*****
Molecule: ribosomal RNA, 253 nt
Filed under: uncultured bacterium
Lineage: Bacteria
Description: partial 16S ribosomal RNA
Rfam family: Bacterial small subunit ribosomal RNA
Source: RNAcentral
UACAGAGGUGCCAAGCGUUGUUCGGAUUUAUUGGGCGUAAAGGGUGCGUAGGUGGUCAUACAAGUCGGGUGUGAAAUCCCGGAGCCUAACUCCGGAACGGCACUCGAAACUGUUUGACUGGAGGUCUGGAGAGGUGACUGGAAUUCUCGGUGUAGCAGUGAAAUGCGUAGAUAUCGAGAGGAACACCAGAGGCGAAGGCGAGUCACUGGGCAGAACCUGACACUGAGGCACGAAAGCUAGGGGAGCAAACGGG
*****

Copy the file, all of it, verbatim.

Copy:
Molecule: ribosomal RNA, 253 nt
Filed under: uncultured bacterium
Lineage: Bacteria
Description: partial 16S ribosomal RNA
Rfam family: Bacterial small subunit ribosomal RNA
Source: RNAcentral
UACAGAGGUGCCAAGCGUUGUUCGGAUUUAUUGGGCGUAAAGGGUGCGUAGGUGGUCAUACAAGUCGGGUGUGAAAUCCCGGAGCCUAACUCCGGAACGGCACUCGAAACUGUUUGACUGGAGGUCUGGAGAGGUGACUGGAAUUCUCGGUGUAGCAGUGAAAUGCGUAGAUAUCGAGAGGAACACCAGAGGCGAAGGCGAGUCACUGGGCAGAACCUGACACUGAGGCACGAAAGCUAGGGGAGCAAACGGG